By Anessa V. Cohen
So the first week of 2014 brought with it our first snowstorm of the year—and I hope the last one of the year. You never know; with wishful thinking, sometimes it pans out.
Every year, at the beginning of the winter season, I remind you all about preparing for that great snowfall by getting your snow shovels, machines, and salt ready so you won’t get caught on the day of all that snow with nothing to use to get rid of it other than some spoons from your kitchen.
Well, this year I almost got caught—hoisted by my own petard! The day of the storm, I pulled out my trusty snow-blowing machine with all the fancy switches—only one year old, purchased after Sandy ate my old one. I filled it with gas and oil, but it refused to start when I tried to test it.
There I was on the day after New Year’s when all the repair places seemed to be closed or on vacation, with a basically new snowblower that I could not start and a snowstorm due to drift in that evening.
By late afternoon, after trying to call any place that might be able to look at my machine, I had resigned myself to either using the old trusty snow shovel for the snow, or even paying someone to clear my driveway and steps. How ridiculous I felt with that huge new snowblower taking up a large portion of the front of my garage where I had readied it for the coming snow.
As I was getting desperate, I called the company that built the snowblower to see if the people there could give me any ideas to get this monster in my garage going so I could be assured of its working for the snowstorm.
I got the guy from technical assistance on the phone, and the first question he asked me was whether I had removed all the old gasoline from the machine after I finished using it last season. I told him that last season it was new and I had only used it one time, and I would not have even thought of emptying it out. His answer to me was that now I had gunked up the carburetor and needed to empty the gasoline out, spray in carburetor cleaner, and then put in fresh gasoline.
I could not believe what he told me! Has anyone ever seen a “freshness date” on gasoline like you would see in the supermarket on food items? I could understand he wanted to make sure there was clean gasoline in the snowblower, but fresh gasoline? Rather than antagonize him further, since he was the only human I had been able to find who was even remotely willing to assist me, and realizing that the news kept repeating “heavy snowfall by 9 p.m.,” I sucked in my breath and said, “Okay, can you walk me through the process of cleaning out the carburetor on my snowblower?”
So I will share his instructions with the rest of you and only hope that if you ever have to do this, it will be in warm weather when you are preparing for winter, not in 15-degree weather when it is ready to snow at any minute!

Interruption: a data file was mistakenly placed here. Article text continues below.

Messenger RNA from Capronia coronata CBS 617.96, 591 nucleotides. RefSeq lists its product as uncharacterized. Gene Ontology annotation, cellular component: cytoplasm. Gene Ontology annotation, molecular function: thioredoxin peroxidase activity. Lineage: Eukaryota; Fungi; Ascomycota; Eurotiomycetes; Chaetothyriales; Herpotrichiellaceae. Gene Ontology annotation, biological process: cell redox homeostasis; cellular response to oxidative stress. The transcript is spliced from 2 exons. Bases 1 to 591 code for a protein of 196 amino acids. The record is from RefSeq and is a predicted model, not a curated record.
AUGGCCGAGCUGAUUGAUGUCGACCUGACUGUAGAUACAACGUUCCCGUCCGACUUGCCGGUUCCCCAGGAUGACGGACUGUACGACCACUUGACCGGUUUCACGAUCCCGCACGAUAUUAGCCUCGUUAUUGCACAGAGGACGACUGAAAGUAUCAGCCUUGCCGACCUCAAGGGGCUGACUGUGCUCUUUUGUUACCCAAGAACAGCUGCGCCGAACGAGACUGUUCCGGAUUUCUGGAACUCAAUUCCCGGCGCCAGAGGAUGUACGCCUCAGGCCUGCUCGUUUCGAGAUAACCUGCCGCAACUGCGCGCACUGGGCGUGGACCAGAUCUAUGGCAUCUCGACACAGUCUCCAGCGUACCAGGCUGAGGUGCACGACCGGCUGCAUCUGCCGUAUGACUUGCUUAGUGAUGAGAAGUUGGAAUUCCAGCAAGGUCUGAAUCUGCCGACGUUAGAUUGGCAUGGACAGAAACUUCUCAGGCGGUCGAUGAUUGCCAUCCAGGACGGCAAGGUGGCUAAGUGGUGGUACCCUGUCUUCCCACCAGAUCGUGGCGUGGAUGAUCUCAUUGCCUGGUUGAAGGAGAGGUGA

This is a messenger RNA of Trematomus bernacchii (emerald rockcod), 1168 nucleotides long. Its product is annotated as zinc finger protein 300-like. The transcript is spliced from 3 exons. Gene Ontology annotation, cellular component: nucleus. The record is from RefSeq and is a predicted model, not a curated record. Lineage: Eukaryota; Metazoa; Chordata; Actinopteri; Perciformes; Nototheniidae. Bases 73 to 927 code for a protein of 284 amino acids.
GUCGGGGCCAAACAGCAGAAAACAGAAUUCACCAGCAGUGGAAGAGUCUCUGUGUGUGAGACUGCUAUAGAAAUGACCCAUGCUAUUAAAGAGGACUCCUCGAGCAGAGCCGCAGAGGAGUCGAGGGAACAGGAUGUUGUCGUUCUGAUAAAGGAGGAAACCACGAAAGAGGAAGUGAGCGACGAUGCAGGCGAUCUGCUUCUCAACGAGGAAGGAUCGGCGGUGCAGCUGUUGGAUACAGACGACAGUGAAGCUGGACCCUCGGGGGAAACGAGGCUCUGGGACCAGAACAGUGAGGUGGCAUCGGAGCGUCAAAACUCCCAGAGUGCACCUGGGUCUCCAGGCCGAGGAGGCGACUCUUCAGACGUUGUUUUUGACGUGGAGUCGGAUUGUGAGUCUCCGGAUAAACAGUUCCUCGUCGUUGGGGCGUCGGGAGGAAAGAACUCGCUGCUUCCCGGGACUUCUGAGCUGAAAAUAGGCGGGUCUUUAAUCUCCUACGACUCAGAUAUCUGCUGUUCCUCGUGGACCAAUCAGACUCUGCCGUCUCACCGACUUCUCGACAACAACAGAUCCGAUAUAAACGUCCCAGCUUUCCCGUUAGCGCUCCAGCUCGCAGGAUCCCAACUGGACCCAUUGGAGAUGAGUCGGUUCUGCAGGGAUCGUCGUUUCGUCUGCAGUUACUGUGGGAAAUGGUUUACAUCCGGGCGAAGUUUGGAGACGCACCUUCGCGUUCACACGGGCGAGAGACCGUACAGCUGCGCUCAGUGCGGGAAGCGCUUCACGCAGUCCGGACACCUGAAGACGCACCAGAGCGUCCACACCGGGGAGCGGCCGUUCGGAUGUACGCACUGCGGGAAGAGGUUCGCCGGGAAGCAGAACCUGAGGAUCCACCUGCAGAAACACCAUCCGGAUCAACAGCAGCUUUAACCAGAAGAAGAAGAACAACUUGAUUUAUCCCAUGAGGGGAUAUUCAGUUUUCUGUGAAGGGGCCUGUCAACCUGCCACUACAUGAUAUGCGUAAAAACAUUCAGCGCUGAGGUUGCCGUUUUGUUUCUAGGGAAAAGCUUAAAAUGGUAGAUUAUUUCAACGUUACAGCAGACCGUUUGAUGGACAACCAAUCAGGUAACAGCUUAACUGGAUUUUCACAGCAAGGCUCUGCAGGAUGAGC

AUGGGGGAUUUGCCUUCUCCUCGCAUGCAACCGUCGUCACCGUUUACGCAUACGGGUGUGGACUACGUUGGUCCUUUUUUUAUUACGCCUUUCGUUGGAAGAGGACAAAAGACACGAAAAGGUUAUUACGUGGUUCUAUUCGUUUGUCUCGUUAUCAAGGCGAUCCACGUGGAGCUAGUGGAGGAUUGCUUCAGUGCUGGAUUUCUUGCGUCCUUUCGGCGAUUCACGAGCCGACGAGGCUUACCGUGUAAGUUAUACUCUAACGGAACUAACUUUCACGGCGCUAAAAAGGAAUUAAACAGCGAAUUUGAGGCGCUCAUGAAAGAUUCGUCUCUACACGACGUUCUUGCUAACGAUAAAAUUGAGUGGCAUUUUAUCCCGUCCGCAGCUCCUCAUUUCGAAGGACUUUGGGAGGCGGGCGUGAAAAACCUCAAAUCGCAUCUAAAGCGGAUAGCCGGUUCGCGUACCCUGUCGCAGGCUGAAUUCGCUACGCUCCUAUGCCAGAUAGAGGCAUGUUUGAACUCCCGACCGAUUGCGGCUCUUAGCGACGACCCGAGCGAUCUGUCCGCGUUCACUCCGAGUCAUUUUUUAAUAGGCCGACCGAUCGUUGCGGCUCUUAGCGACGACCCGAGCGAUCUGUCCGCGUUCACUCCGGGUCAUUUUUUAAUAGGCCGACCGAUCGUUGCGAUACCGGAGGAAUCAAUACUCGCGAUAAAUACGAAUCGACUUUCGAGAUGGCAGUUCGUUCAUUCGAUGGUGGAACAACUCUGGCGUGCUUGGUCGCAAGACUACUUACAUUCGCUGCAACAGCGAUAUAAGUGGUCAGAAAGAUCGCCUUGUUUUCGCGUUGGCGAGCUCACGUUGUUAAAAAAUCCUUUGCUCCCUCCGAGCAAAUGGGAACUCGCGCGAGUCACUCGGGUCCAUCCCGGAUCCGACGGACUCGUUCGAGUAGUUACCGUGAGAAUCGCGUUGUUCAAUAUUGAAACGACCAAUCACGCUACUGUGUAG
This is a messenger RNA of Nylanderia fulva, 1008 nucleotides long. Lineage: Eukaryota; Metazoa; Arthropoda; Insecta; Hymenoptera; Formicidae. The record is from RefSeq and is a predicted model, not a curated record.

He told me to sit on the ground (just what I wanted to do in the freezing cold!) take off the bolts holding the cover of the carburetor, and stick a hose in to siphon out the gas (or just let it pour out if you want to do it bohemian style). He then said that if the red gauge stick is gunked up, remove it (too many details) and then spray the carburetor cleaner inside. Clean it all out, and then put the red stick back in (I wondered if I would get a certificate for all this when I was done, like taking a course) and then replace the cover and the two gold bolts, and then add gasoline and try starting it again.
Now I don’t know about you, but I was not excited about going through all of this without a guarantee that when I was finished it would definitely work. So now that I wrote down all the instructions, I needed to sit down and ponder whether I was ready to attempt this on such a cold day.
I was still thinking about this at 6 p.m. so we called a tzaddik—Shimon S. I told him that we were having some difficulty getting the snowblower going, and he said, “Let me grab something to eat and then I will be right over.”
Shimon came over, tried out the machine, discounted what the technician from the manufacturer said about having to clean out the carburetor, and opened up the gasoline line a little, then started the snowblower as if it was brand new and starting for the first time. Completely amazed, I asked him, “What was the problem?”
“A little air in the line, that is all!” he answered. And that is how my snowblower became ready to go an hour before the storm!
Now I asked him, “How much do I owe you?” and his answer was, “Just make a berachah for a refuah sheleimah for my sister, Amaliah bat Juliet.”
So please have her name in mind! v
Anessa Cohen lives in Cedarhurst and is a licensed real-estate broker and a licensed N.Y.S. mortgage originator with over 20 years of experience, offering full-service residential, commercial, and management real-estate services (Anessa V Cohen Realty) and mortgaging services (First Meridian Mortgage) in the Five Towns and throughout the tri-state area. She can be reached at 516-569-5007 or via her website, www.AVCrealty.com. Readers are encouraged to send questions or comments to anessa.cohen@AVCrealty.com.